Rain on Democrat auto parade

by Henry Payne

Detroit — Just in time for the Democratic Convention (no, it’s not a conspiracy, auto sales are always released after the first of the month), the Detroit automakers recorded strong sales in August as the industry continued to rebound. But analysts are murmuring that the Detroit automakers are once again lagging their rivals just three years after the U.S. government restructured the companies, eliminating long-term liabilities but favoring Big Labor over production efficiencies.

Indeed, even as Democrats trumpet the UAW Bailout at their Charlotte convention, evidence is that the automakers are suffering from the same malaise as the rest of the U.S. economy: The worst economic rebound since WW2, as zealous Obama regulations and tax uncertainty dampen manufacturing growth.

“The auto industry always has a very strong bounce coming out of a recession, and this one is actually a little bit weaker,” Jeremy Anwyl of Edmunds.com told The Detroit News, challenging the administration’s claims that its bailout of GM and Chrysler is responsible for the rebound. “What’s propping it up is that the manufacturers are getting very creative with their incentives. If you culled that support, you’d see a decline. I don’t see the market as stable or upward ticking.”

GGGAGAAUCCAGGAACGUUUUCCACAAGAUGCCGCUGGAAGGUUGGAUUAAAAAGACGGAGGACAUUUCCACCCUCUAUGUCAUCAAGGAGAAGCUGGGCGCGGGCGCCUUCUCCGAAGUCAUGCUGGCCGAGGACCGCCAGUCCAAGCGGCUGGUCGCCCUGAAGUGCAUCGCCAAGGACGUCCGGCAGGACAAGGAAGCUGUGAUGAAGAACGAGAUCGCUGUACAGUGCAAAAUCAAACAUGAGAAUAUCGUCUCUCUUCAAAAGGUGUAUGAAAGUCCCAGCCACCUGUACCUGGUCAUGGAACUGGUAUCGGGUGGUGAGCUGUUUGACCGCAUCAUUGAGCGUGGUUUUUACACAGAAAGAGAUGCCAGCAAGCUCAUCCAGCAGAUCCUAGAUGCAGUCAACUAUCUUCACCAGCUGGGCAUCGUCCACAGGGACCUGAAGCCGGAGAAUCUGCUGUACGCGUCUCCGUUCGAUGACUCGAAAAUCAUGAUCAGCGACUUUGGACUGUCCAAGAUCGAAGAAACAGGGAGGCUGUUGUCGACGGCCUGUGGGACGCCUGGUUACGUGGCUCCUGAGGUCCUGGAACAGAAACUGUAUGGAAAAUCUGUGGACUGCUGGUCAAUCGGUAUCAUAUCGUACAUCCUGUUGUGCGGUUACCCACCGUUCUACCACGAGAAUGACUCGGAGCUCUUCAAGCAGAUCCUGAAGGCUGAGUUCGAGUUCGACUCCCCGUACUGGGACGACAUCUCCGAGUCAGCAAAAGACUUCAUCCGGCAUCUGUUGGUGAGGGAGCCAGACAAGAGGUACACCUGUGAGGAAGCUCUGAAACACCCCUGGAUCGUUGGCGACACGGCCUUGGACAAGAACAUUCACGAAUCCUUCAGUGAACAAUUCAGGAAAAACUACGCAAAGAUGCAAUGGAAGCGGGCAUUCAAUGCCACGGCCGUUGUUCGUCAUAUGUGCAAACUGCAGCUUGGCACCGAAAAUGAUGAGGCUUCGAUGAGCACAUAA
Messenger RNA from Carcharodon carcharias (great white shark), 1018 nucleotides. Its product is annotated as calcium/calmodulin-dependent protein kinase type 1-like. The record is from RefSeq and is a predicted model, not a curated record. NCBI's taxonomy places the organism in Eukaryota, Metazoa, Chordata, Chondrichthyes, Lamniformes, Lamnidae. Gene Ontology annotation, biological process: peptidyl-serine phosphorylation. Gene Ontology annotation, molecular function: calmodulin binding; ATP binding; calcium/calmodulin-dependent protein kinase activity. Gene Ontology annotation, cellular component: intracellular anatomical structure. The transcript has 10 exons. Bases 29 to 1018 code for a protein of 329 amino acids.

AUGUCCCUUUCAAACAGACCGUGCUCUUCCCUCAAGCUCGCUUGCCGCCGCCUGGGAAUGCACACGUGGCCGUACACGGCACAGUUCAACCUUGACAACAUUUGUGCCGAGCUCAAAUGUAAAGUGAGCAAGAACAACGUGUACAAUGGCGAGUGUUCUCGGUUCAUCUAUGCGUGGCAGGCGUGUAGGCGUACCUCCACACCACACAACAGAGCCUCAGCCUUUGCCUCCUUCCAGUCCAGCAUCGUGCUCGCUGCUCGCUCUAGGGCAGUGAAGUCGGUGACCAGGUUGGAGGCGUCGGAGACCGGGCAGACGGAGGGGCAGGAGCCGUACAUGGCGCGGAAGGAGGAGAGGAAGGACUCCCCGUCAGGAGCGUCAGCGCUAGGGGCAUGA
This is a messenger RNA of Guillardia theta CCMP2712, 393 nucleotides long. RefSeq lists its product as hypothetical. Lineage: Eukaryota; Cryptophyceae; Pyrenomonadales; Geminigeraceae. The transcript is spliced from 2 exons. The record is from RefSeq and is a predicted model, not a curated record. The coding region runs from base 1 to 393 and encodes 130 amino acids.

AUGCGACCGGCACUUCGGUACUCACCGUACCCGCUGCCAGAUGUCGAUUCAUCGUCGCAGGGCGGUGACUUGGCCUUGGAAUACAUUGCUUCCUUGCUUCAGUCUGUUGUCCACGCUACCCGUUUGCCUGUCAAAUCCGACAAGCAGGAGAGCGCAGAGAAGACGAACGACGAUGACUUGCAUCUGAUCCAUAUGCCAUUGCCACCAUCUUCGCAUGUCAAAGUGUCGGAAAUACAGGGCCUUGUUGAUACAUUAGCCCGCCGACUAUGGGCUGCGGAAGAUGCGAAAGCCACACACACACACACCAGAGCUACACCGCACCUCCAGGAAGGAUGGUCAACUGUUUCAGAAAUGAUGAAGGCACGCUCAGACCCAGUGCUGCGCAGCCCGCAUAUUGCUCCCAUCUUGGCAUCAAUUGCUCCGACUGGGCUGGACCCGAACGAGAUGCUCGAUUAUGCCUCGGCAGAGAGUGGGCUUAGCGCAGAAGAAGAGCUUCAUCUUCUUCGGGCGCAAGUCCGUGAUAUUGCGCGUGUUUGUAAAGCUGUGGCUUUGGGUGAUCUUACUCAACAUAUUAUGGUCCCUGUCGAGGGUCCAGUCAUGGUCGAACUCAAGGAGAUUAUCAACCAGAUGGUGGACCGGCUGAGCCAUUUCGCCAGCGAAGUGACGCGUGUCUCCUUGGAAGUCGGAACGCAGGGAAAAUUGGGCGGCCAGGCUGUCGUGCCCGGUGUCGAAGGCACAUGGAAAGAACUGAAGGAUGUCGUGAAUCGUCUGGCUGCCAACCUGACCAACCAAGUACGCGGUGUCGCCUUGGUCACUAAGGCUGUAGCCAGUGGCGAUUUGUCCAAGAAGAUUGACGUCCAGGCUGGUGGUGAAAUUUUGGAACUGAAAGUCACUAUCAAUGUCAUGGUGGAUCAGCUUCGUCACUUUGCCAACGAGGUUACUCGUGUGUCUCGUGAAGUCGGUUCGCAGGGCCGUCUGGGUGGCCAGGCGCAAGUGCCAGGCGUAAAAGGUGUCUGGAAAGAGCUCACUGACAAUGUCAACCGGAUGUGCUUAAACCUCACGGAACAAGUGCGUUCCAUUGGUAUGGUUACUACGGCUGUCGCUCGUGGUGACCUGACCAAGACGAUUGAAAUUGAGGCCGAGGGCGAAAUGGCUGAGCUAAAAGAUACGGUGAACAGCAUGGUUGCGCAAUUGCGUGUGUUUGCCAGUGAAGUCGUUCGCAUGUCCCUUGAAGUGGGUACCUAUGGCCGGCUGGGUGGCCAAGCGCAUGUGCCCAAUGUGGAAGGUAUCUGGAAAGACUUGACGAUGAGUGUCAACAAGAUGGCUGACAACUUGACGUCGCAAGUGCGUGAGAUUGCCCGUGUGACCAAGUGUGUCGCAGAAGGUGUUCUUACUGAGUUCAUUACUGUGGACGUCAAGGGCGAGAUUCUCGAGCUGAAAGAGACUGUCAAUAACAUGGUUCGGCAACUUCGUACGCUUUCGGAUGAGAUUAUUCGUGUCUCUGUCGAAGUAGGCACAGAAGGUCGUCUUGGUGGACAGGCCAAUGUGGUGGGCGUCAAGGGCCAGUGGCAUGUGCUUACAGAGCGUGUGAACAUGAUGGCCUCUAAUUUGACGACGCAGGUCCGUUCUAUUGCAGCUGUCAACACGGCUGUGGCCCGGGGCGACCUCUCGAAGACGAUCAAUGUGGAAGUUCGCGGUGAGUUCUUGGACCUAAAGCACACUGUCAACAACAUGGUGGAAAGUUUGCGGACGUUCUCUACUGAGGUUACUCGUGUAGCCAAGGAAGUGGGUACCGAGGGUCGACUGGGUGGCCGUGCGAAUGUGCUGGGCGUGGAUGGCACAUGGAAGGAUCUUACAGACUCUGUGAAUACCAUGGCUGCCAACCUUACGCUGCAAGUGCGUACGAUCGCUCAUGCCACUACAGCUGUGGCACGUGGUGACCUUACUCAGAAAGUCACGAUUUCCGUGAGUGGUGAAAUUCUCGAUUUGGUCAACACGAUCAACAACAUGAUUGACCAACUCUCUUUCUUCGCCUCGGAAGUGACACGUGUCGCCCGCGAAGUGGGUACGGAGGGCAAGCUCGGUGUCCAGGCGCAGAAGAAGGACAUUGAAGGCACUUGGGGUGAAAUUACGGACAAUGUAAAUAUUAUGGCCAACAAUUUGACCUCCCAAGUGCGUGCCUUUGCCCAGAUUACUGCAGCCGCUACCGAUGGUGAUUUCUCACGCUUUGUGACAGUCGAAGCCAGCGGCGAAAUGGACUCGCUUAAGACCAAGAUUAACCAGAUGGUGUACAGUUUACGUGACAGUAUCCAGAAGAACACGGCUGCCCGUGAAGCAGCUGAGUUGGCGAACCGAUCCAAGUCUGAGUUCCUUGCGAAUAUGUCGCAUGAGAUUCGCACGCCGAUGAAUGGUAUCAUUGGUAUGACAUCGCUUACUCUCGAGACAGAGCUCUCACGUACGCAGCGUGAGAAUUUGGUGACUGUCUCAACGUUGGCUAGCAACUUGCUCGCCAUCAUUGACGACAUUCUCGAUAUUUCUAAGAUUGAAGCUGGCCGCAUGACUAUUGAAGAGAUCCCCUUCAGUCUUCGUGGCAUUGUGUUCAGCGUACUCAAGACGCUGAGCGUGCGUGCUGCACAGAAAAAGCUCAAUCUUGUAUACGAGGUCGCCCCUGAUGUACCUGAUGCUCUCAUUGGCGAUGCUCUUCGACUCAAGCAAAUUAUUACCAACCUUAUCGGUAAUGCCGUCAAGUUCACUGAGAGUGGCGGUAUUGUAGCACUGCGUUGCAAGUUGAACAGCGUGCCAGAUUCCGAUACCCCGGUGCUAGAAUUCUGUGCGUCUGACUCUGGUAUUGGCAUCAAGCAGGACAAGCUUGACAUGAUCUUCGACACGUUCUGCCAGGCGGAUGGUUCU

All three domestic automakers lost market share with General Motors diving from 20.4 percent to 18.7 percent.

“Many people inside and outside the company had expected GM to be farther along given the boost it got from the federal bailout: freedom from debt, protection from labor actions, and a cash cushion from taxpayers,” wrote the Wall Street Journal’s Sharon Terlep in June.

And where Obama hails its Chapter 363 bankruptcy as a model for the rest of the economy, even GM’s top brass are questioning whether Chapter 11′s tough love would have been better for the company in the long run.

“The good thing about our bankruptcy is that it took only 39 days,” says Akerson addressing criticism that GM still has too many employees, models, and overlapping operations. “The bad news is that bankruptcy took only 39 days. If we had been there longer, people would have asked these questions and looked at these things.”

Looks a lot like rain for the Democratic parade.

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